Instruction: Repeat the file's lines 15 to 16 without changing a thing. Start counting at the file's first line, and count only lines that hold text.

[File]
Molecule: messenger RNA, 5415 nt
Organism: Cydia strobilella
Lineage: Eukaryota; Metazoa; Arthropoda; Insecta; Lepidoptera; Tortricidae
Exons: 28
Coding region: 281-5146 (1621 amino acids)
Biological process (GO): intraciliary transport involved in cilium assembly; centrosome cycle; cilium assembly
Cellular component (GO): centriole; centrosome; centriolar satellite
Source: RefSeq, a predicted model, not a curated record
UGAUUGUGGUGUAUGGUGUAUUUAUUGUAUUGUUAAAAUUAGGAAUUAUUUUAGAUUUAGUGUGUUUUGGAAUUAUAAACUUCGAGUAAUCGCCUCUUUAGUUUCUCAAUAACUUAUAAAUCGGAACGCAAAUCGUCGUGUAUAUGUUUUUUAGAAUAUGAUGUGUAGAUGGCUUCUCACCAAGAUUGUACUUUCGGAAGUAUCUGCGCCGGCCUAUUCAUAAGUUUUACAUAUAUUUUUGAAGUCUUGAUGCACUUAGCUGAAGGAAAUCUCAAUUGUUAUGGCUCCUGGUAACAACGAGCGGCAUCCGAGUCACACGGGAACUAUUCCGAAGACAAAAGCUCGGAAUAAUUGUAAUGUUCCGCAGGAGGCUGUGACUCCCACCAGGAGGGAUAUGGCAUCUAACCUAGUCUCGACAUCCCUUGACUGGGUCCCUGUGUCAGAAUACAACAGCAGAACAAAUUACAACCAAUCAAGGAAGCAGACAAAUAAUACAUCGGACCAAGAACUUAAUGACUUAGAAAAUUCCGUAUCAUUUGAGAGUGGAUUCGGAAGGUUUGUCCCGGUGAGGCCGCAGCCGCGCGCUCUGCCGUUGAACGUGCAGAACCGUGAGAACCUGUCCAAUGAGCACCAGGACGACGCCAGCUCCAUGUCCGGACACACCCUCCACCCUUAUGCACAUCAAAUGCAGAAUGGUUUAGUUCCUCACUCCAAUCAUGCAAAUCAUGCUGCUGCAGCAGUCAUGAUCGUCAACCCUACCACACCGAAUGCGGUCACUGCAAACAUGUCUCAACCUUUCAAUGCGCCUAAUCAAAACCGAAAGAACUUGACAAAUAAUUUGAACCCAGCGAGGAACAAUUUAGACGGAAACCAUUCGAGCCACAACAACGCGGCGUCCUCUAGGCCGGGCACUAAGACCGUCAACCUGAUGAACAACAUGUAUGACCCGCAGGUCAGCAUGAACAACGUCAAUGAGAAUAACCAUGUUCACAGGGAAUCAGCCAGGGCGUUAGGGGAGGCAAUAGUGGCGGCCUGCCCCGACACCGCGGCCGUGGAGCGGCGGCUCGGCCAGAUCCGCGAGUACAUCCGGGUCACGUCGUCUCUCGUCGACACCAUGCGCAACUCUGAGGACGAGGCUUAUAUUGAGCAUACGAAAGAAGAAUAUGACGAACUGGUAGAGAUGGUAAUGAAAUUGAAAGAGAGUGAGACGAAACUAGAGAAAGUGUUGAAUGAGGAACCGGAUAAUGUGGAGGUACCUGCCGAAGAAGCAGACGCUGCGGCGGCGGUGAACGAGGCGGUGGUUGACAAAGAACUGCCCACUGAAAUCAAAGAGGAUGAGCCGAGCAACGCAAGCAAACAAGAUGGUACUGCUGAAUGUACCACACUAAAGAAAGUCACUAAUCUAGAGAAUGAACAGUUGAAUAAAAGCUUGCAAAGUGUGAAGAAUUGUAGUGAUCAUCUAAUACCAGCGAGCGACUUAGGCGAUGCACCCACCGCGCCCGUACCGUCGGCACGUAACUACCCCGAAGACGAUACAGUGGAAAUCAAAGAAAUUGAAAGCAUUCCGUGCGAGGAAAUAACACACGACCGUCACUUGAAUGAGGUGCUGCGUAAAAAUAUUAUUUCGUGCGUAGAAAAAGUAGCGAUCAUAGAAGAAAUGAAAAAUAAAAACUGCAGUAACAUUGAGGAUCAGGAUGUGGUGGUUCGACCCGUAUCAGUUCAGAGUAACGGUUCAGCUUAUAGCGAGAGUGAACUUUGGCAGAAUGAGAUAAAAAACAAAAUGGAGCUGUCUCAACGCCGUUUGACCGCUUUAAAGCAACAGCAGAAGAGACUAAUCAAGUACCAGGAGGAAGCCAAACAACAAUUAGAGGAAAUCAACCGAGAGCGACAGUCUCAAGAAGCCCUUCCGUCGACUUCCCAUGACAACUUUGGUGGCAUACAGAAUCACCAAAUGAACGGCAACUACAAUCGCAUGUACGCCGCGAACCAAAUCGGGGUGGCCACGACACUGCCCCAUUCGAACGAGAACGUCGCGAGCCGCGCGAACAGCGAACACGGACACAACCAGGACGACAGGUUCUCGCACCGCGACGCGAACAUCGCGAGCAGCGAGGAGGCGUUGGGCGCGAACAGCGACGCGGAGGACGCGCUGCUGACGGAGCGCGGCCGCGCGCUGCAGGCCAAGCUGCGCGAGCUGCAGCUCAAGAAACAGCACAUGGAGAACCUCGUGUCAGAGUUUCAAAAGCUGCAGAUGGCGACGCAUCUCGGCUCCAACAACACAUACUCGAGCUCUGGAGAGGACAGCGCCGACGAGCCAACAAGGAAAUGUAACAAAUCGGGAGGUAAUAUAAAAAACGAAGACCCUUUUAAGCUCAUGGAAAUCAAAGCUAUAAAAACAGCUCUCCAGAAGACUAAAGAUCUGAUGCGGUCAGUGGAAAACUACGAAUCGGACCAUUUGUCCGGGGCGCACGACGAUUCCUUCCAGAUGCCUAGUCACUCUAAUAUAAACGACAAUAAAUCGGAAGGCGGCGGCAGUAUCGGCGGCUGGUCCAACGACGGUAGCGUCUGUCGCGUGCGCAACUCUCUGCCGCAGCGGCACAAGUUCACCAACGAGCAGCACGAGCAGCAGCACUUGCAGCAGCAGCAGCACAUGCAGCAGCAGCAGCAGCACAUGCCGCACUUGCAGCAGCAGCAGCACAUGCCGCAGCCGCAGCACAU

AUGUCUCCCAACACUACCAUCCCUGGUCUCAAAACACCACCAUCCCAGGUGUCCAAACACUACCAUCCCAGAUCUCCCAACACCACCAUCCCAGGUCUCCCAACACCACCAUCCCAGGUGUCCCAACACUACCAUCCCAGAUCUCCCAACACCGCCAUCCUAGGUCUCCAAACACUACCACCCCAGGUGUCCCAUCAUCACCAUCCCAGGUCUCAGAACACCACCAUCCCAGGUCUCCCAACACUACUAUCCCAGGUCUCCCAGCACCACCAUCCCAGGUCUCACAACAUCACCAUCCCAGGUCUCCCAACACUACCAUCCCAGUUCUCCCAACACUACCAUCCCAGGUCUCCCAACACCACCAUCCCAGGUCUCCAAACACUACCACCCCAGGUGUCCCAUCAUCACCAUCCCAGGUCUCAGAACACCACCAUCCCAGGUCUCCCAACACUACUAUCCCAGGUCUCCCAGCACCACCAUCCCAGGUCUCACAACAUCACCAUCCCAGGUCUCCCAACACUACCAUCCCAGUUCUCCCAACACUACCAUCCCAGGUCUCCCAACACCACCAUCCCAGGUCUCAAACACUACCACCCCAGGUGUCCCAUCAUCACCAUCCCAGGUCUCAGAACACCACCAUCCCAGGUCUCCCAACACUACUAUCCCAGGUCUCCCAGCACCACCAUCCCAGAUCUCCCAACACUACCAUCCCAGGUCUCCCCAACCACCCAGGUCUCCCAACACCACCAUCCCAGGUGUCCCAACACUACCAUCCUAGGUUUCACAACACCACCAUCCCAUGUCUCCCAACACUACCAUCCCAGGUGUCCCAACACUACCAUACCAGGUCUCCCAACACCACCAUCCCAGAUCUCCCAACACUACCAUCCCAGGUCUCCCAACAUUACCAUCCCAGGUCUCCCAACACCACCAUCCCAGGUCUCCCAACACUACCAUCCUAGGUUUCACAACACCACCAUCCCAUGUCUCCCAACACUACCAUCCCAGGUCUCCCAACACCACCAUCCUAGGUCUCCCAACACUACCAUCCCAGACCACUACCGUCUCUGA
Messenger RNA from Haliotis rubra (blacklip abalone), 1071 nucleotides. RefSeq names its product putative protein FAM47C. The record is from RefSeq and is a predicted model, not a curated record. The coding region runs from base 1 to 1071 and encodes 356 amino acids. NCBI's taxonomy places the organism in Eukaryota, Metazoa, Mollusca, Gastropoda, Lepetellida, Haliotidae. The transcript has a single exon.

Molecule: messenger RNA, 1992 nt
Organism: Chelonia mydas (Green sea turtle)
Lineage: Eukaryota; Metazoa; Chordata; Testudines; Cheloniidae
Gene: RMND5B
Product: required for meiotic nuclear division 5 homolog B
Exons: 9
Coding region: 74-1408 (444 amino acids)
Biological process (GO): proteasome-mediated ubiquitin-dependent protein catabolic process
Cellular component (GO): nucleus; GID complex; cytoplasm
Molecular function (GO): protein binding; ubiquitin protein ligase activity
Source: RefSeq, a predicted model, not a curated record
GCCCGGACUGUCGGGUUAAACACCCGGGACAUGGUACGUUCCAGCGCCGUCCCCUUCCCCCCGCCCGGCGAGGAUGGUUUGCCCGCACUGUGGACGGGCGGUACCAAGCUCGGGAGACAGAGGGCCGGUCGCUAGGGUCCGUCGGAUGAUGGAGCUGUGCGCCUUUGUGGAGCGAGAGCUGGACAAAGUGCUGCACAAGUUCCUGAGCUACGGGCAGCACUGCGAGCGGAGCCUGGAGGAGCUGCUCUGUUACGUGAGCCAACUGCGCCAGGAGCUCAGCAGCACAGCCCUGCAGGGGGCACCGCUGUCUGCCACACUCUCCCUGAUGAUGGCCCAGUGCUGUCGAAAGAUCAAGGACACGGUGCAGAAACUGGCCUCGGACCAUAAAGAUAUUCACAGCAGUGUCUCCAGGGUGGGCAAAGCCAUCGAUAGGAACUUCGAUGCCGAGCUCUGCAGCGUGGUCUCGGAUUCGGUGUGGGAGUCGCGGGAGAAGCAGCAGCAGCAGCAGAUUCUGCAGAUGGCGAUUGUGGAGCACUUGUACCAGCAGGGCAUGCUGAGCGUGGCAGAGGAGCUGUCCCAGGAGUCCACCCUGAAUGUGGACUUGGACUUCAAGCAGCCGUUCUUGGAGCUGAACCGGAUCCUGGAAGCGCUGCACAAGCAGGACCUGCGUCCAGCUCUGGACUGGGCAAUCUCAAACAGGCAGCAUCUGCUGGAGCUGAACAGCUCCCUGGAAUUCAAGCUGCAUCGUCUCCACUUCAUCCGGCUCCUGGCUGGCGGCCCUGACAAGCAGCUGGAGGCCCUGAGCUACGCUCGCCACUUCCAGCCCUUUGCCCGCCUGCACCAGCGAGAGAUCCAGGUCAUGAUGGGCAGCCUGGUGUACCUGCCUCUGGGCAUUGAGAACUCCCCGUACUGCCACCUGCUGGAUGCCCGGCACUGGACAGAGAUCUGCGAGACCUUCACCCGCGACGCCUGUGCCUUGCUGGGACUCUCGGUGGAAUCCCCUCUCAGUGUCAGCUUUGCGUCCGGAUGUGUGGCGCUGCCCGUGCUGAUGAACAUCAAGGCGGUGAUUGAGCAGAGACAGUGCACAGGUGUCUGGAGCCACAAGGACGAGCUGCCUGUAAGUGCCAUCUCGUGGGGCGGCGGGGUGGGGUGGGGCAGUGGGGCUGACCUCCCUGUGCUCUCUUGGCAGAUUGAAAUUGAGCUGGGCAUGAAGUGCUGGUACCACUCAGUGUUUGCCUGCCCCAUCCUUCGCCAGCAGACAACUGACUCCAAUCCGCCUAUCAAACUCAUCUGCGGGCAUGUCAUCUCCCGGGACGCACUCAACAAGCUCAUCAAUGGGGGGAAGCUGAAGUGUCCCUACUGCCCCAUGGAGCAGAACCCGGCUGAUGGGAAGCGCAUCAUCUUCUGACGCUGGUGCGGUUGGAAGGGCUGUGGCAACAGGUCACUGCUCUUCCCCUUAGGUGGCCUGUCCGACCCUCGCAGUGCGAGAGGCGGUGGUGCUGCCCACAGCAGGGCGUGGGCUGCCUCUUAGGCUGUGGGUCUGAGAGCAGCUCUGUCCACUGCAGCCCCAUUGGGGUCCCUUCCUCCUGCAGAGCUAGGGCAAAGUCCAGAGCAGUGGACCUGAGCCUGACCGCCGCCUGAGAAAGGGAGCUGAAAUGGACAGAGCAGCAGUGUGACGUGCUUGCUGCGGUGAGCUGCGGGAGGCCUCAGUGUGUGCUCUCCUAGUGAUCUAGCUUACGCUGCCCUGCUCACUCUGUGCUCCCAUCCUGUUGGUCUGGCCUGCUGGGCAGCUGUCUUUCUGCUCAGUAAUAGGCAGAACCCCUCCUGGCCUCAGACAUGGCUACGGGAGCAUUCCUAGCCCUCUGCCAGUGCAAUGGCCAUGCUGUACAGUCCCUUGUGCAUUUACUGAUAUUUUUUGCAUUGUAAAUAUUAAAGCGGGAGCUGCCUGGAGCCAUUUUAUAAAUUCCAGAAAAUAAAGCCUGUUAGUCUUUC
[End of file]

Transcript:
Gene: RMND5B
Product: required for meiotic nuclear division 5 homolog B